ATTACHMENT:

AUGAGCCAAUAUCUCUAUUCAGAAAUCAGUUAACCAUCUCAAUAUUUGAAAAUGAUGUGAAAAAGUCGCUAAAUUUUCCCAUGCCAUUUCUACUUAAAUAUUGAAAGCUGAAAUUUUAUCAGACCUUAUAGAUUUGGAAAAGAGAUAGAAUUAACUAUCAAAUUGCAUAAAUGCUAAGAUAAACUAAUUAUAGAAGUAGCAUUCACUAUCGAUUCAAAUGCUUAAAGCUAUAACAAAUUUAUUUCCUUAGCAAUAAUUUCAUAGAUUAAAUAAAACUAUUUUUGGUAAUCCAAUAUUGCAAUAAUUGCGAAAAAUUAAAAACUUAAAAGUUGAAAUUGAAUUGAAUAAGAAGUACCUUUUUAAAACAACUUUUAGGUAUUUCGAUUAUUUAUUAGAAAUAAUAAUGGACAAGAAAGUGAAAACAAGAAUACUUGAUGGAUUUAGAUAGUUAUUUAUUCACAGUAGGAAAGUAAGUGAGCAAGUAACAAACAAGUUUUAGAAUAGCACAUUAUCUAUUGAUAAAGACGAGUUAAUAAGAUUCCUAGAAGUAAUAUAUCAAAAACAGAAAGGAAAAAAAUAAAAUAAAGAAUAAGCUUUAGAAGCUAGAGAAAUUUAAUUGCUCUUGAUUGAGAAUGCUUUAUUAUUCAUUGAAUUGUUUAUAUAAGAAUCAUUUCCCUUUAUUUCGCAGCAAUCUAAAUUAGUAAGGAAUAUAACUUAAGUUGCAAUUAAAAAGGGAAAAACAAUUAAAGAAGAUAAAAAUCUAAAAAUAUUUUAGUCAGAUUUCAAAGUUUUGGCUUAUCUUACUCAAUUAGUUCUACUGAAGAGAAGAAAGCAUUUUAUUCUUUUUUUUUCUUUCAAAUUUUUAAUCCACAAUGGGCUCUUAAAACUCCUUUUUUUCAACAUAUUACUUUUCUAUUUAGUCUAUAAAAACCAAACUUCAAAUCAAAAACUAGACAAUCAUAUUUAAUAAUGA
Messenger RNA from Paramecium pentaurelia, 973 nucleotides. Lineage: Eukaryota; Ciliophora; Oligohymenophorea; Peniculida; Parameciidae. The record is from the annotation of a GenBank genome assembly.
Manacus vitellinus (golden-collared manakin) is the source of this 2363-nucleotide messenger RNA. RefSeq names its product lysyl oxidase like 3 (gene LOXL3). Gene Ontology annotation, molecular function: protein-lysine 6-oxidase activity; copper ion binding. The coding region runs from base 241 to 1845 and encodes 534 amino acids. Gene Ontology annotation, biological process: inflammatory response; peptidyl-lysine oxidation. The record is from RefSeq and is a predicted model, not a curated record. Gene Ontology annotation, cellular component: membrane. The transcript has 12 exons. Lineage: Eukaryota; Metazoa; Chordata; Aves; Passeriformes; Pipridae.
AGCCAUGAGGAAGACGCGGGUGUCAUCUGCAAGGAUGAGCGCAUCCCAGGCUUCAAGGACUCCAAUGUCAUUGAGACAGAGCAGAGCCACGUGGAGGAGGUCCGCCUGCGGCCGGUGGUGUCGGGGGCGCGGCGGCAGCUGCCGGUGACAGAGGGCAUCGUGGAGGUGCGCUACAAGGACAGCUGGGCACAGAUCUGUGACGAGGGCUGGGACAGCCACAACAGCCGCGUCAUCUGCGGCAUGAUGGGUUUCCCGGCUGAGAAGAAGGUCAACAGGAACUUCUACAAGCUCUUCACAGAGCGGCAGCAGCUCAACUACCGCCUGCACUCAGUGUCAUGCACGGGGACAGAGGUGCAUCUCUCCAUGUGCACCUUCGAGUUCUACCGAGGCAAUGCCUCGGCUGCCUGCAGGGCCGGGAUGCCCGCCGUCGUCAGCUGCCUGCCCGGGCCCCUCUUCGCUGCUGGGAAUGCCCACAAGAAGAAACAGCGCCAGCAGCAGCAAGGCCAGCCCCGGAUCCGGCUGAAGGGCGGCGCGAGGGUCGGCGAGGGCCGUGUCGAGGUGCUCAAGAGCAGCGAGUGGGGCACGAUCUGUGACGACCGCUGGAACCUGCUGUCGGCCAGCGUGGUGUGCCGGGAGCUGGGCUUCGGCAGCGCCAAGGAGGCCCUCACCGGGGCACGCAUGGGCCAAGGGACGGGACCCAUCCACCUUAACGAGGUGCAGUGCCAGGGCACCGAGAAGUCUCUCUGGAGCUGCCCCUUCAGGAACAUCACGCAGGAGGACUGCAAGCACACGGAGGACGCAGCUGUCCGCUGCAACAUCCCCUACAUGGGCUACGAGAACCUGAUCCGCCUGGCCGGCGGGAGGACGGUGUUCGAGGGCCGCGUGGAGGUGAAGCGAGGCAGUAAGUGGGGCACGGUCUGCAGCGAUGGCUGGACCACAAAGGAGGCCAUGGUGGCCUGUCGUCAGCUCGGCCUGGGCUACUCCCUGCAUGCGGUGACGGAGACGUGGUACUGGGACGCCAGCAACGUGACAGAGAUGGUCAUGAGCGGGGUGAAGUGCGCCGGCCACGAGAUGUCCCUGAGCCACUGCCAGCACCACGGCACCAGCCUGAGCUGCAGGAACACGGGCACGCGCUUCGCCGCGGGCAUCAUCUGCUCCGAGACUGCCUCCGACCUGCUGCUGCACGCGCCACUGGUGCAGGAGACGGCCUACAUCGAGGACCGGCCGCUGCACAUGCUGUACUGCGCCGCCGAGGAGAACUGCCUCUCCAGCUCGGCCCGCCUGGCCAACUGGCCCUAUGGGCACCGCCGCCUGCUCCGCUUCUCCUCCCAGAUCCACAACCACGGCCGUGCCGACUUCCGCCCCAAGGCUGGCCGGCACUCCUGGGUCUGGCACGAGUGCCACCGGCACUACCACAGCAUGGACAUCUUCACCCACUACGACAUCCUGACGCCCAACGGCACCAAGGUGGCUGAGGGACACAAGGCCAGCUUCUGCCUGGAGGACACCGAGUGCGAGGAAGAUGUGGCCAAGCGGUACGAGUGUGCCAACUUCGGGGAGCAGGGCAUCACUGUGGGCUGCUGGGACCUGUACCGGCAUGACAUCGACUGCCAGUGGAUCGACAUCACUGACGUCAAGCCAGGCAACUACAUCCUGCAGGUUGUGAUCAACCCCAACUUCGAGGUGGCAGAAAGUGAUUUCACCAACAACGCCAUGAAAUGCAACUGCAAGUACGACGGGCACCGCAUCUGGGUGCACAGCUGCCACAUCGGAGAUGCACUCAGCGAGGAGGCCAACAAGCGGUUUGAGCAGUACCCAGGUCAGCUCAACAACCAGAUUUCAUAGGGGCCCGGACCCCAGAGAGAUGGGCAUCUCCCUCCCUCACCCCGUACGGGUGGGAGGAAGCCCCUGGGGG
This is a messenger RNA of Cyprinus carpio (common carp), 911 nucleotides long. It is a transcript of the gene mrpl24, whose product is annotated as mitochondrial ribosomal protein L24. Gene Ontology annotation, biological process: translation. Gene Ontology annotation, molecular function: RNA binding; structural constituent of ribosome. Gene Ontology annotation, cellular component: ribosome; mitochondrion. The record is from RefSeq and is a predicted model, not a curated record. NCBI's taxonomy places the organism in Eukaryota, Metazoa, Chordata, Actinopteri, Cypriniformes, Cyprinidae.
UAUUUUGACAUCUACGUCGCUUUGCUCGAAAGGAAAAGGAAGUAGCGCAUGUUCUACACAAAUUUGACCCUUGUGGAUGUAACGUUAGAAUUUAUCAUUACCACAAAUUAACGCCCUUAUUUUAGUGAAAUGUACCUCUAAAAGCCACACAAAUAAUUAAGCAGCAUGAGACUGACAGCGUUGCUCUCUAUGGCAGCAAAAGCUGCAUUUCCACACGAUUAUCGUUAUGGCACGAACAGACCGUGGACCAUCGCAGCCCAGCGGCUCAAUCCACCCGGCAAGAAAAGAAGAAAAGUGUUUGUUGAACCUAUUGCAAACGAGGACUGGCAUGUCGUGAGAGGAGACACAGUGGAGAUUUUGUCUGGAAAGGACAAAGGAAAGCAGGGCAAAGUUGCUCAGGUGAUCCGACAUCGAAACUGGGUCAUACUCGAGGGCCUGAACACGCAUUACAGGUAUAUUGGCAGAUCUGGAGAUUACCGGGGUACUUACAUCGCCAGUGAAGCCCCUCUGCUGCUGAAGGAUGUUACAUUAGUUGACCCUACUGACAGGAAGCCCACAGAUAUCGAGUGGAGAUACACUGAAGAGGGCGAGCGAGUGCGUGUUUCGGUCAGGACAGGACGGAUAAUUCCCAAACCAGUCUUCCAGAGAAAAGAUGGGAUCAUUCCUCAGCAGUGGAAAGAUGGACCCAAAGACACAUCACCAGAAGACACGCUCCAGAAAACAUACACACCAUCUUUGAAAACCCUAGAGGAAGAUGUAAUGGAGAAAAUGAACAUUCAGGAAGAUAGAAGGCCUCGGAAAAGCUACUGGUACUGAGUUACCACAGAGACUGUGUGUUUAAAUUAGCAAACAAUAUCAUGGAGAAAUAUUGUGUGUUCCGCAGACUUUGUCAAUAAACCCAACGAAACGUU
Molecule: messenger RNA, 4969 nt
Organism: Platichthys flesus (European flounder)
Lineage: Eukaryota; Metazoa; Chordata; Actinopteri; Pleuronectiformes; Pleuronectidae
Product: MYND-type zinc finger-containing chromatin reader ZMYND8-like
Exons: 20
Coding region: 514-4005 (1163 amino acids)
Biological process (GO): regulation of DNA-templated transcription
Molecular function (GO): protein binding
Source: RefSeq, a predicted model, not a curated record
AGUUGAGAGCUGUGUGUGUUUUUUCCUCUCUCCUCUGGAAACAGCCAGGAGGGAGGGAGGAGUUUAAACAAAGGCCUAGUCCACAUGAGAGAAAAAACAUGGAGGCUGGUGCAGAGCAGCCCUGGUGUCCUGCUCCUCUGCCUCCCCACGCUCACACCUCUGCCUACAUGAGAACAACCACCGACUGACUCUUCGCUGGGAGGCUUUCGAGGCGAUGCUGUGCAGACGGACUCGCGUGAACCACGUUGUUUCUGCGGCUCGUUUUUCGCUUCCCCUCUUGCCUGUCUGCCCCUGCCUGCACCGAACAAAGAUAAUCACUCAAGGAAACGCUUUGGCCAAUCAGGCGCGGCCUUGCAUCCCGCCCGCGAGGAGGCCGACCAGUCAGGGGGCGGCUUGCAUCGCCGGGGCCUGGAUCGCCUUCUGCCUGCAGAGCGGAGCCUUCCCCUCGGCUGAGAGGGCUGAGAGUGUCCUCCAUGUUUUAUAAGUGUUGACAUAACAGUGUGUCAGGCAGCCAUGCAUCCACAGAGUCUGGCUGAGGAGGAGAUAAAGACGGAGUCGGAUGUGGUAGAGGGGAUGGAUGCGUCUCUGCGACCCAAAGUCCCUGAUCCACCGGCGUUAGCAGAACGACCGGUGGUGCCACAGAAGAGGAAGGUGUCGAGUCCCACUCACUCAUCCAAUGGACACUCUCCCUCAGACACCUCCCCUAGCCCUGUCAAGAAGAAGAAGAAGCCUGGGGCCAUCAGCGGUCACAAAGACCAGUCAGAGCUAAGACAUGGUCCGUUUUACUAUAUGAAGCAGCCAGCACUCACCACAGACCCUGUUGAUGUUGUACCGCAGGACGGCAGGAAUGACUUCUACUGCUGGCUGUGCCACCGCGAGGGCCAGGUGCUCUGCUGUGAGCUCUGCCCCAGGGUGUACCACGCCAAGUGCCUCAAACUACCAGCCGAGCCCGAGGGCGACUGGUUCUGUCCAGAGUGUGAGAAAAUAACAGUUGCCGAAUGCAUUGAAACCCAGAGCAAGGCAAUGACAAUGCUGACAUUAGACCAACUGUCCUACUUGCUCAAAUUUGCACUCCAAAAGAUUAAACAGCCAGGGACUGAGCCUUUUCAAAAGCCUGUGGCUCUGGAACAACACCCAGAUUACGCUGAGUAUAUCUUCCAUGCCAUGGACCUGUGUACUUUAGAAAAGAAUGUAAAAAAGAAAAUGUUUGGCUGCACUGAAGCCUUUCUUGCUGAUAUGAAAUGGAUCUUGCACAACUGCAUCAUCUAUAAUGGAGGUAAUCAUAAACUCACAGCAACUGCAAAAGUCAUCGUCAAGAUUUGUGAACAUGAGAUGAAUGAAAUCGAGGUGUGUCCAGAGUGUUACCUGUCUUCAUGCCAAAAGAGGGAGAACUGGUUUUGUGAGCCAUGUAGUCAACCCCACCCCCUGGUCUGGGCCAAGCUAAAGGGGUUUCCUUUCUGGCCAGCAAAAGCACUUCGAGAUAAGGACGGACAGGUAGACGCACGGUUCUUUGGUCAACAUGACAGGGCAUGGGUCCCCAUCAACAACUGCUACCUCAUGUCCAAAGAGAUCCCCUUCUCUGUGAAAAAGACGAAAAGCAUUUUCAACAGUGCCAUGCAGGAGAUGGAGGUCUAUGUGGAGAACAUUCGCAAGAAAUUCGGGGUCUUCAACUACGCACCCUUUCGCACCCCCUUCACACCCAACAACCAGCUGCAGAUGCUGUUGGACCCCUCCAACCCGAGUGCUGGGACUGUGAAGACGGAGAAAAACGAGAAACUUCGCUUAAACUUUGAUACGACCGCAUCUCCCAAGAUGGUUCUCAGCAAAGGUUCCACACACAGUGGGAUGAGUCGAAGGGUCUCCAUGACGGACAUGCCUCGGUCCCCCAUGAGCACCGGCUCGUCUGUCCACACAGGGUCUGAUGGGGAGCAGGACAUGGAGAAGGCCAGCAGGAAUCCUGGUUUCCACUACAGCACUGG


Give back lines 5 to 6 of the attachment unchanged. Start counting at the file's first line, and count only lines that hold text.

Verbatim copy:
This is a messenger RNA of Cyprinus carpio (common carp), 911 nucleotides long. It is a transcript of the gene mrpl24, whose product is annotated as mitochondrial ribosomal protein L24. Gene Ontology annotation, biological process: translation. Gene Ontology annotation, molecular function: RNA binding; structural constituent of ribosome. Gene Ontology annotation, cellular component: ribosome; mitochondrion. The record is from RefSeq and is a predicted model, not a curated record. NCBI's taxonomy places the organism in Eukaryota, Metazoa, Chordata, Actinopteri, Cypriniformes, Cyprinidae.
UAUUUUGACAUCUACGUCGCUUUGCUCGAAAGGAAAAGGAAGUAGCGCAUGUUCUACACAAAUUUGACCCUUGUGGAUGUAACGUUAGAAUUUAUCAUUACCACAAAUUAACGCCCUUAUUUUAGUGAAAUGUACCUCUAAAAGCCACACAAAUAAUUAAGCAGCAUGAGACUGACAGCGUUGCUCUCUAUGGCAGCAAAAGCUGCAUUUCCACACGAUUAUCGUUAUGGCACGAACAGACCGUGGACCAUCGCAGCCCAGCGGCUCAAUCCACCCGGCAAGAAAAGAAGAAAAGUGUUUGUUGAACCUAUUGCAAACGAGGACUGGCAUGUCGUGAGAGGAGACACAGUGGAGAUUUUGUCUGGAAAGGACAAAGGAAAGCAGGGCAAAGUUGCUCAGGUGAUCCGACAUCGAAACUGGGUCAUACUCGAGGGCCUGAACACGCAUUACAGGUAUAUUGGCAGAUCUGGAGAUUACCGGGGUACUUACAUCGCCAGUGAAGCCCCUCUGCUGCUGAAGGAUGUUACAUUAGUUGACCCUACUGACAGGAAGCCCACAGAUAUCGAGUGGAGAUACACUGAAGAGGGCGAGCGAGUGCGUGUUUCGGUCAGGACAGGACGGAUAAUUCCCAAACCAGUCUUCCAGAGAAAAGAUGGGAUCAUUCCUCAGCAGUGGAAAGAUGGACCCAAAGACACAUCACCAGAAGACACGCUCCAGAAAACAUACACACCAUCUUUGAAAACCCUAGAGGAAGAUGUAAUGGAGAAAAUGAACAUUCAGGAAGAUAGAAGGCCUCGGAAAAGCUACUGGUACUGAGUUACCACAGAGACUGUGUGUUUAAAUUAGCAAACAAUAUCAUGGAGAAAUAUUGUGUGUUCCGCAGACUUUGUCAAUAAACCCAACGAAACGUU